Israeli insect farming startup Flying Spark has struck a strategic partnership and investment deal with Thai Union, one of the world’s largest seafood producers. (News of this first buzzed onto our radar at Israel’s AgriFood Week in September, but has taken a while to confirm, and both companies are still not coming onto the record about the scale of funding involved.)
One obvious thing to say is that it is less $30 million. That’s the total initial commitment of Thai Union’s freshly-created Venture Fund, which is rolling out alongside Space F, Thailand’s first food-tech incubator and accelerator. Thai Union Group is a founding member of Space F, together with Thailand’s National Innovation Agency and Mahidol University. For any foodtech startups reading this, the new VC fund “will focus on three strategic areas: alternative protein, functional nutrition and value chain technology.” Flying Spark is the VC’s first investment, with more to follow in the coming months.
This batch of funding, both companies say, is for Flying Spark to move ahead with its insect growing and processing capabilities in Thailand and to dedicate efforts towards cost reduction and process improvements. Flying Spark uses larvae from a Mediterranean fruit fly known as the Ceratitis Capitata; in nature, they feed on fresh fruits. The larvae have a lifespan of only seven days yet multiply their body mass 250 times in that period. The startup claims to produce 70% protein powder rich in iron, calcium, magnesium, dietary fibers, and is a source of amino acids. Its white color and mild taste and aroma mean the protein into a variety of food and feed products.
The startup received its seed investment and is supported by the Israeli FoodTech incubator The Kitchen Hub, a part of the Strauss Group, the second-largest food producer in Israel. Flying Spark’s technology, Gronich told an audience during a pitching session hosted by the Strauss Group on top of a skyscraper at sunset in Tel Aviv, enables easy and low-cost cultivation and processing, with nearly zero waste; all parts of the larvae are used. This gives Flying Spark an edge over conventional protein sources — not only those from meat and plants but also, the company boasts, over other insects, such as crickets and grasshoppers.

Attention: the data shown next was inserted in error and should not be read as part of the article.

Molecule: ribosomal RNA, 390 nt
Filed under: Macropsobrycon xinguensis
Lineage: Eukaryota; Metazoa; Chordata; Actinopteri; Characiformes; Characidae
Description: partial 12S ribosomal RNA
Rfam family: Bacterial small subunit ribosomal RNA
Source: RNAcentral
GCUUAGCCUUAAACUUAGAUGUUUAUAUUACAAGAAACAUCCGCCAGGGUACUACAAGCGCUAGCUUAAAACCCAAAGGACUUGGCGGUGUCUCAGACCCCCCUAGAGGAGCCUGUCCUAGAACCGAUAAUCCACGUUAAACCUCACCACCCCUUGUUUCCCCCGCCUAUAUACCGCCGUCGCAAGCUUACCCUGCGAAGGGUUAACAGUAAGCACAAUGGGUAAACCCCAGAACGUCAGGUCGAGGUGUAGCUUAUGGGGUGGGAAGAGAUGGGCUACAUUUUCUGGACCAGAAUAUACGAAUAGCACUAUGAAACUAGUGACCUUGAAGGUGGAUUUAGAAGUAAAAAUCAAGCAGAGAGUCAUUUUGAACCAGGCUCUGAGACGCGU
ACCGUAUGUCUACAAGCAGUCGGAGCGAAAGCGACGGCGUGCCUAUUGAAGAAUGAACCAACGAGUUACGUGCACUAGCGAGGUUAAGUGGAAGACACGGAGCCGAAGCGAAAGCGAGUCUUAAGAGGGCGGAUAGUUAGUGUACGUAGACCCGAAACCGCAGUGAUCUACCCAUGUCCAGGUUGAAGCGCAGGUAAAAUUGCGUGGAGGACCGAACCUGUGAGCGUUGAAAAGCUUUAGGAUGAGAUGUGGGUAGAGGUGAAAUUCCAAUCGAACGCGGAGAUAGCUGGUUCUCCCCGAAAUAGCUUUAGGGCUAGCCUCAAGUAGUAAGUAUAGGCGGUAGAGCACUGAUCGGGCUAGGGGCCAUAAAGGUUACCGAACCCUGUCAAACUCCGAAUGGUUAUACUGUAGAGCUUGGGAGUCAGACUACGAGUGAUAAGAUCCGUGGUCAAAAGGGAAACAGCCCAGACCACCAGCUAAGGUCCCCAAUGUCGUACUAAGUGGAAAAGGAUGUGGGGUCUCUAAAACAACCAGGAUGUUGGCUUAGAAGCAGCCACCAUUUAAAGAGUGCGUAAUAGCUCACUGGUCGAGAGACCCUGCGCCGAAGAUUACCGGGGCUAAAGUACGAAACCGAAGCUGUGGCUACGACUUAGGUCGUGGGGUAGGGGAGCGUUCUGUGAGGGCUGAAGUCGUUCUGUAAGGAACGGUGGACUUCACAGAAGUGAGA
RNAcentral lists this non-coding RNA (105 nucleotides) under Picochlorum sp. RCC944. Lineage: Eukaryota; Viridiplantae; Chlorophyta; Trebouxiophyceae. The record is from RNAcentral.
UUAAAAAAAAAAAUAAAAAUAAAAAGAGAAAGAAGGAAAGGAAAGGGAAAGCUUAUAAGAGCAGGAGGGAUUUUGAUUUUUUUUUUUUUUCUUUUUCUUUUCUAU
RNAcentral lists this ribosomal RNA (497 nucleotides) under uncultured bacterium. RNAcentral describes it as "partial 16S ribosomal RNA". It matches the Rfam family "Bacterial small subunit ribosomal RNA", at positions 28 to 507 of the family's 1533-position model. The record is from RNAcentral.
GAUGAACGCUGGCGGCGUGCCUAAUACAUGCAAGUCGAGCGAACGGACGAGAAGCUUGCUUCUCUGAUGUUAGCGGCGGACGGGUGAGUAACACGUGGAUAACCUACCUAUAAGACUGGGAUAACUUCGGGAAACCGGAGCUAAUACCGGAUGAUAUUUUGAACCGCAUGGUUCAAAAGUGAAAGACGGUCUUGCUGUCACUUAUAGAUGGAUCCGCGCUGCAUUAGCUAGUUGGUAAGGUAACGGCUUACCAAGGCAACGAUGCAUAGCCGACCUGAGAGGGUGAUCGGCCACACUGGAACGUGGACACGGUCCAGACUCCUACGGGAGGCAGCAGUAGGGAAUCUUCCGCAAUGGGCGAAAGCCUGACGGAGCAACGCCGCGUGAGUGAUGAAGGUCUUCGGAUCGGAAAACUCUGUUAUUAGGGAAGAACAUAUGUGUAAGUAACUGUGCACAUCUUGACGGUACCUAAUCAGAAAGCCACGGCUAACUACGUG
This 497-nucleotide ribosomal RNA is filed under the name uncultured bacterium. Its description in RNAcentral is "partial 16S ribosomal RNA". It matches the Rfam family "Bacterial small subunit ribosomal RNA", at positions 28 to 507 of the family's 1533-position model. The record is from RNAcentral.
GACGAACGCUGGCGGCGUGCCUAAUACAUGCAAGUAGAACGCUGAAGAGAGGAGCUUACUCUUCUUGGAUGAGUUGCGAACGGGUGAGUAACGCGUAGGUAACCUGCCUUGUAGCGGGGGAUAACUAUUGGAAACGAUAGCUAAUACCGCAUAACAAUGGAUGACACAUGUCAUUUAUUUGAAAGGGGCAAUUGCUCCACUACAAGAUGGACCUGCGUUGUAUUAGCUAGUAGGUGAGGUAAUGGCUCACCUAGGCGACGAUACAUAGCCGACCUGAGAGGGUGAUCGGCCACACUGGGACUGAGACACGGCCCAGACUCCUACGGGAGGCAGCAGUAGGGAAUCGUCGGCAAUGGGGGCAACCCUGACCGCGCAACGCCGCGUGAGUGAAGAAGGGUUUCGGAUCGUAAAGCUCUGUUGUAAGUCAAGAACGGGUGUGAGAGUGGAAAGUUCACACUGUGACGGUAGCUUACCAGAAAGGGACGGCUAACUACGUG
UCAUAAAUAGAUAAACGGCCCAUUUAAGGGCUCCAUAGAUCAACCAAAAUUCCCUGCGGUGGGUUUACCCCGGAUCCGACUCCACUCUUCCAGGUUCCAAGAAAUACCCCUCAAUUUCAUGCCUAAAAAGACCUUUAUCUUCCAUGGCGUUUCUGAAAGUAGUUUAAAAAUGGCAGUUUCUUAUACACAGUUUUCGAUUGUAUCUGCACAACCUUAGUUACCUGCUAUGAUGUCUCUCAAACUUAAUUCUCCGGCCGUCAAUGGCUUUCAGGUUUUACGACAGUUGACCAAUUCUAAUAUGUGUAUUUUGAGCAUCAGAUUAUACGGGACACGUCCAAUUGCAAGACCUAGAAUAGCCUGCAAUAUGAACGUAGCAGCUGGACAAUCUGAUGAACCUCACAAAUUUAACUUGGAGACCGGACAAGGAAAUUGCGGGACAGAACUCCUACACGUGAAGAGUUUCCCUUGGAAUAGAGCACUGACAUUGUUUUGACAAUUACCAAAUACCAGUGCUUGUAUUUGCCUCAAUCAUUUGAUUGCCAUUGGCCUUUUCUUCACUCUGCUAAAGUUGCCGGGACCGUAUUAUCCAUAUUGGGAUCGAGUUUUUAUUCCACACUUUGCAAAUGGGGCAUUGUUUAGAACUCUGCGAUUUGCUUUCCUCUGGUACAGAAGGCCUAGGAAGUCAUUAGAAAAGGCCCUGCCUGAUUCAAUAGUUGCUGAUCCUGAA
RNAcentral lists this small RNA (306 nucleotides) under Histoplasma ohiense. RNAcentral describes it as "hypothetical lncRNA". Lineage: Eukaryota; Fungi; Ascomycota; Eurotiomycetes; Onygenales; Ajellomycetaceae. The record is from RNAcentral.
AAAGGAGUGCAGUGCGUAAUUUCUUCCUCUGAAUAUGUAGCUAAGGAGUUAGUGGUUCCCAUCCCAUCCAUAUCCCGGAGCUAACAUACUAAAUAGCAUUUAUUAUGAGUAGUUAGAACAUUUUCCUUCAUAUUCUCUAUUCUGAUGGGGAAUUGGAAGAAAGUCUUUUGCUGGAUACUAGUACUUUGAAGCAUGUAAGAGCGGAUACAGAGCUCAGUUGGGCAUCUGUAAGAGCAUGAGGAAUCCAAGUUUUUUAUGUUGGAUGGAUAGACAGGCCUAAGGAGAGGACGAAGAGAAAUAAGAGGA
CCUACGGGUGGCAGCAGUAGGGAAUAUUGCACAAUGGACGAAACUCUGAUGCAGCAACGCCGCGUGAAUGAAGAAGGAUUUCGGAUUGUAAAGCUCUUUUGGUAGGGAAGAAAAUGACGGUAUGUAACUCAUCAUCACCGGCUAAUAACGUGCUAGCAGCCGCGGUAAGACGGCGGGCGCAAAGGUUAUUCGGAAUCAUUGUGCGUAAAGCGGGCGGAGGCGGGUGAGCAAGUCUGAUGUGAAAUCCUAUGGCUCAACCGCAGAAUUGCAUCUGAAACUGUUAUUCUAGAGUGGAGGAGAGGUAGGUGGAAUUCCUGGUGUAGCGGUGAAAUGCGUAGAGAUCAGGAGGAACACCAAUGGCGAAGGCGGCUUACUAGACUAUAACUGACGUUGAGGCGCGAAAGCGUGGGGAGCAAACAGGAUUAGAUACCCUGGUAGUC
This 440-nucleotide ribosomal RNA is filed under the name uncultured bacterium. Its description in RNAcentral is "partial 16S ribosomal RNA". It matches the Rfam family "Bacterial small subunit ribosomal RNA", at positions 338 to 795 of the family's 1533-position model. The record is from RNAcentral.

“Thai Union and Flying Spark see eye-to-eye on the need for future alternative protein products to offer high-value protein while minimizing the ecological footprint,” says Flying Spark CEO and founder Eran Gronich, in a note sent to AFN. “This marks a significant step forward in bringing insect protein into the food industry mainstream.”
Join Us! Sign up for our Asia fund here.
South America first
In a follow-up email exchange sent on Tuesday, Gronich mentioned his startup will launch its insect protein in South America and the Asian market first, as opposed to going to America and Europe: “We strongly believe that we will see better results in terms of sales in those markets since in these regions insect consumption is part of the culture and tradition and consumers are much more open to the idea,” he wrote. “However, millennials in Western countries are very much aware of what they are putting into their bodies and the environmental aspects of the growing and production of their food. They are looking for sustainable, alternative protein and surveys show that 25% of millennials are curious and willing to consume insect-based products.”
The collaboration joins Thai Union’s production capabilities and global reach with Flying Spark’s technology. The aim is to create an affordable offering to fulfill the global need for cheap, sustainable, high-quality protein. “Over the last years, Thai Union has made significant investments to become a leader in seafood innovation and sustainability,” said Thai Union CEO Thiraphong Chansiri. His company is now a member of the United Nations Global Compact and a founding member of the International Seafood Sustainability Foundation (ISSF). In 2015, Thai Union introduced its SeaChange sustainability strategy, which can be found and followed right here. “As we move into the coming decade, we will increasingly cooperate with innovative start-ups in strategically interesting areas, added Chansiri. “This will complement our own activities as we are broadening our business beyond our traditional core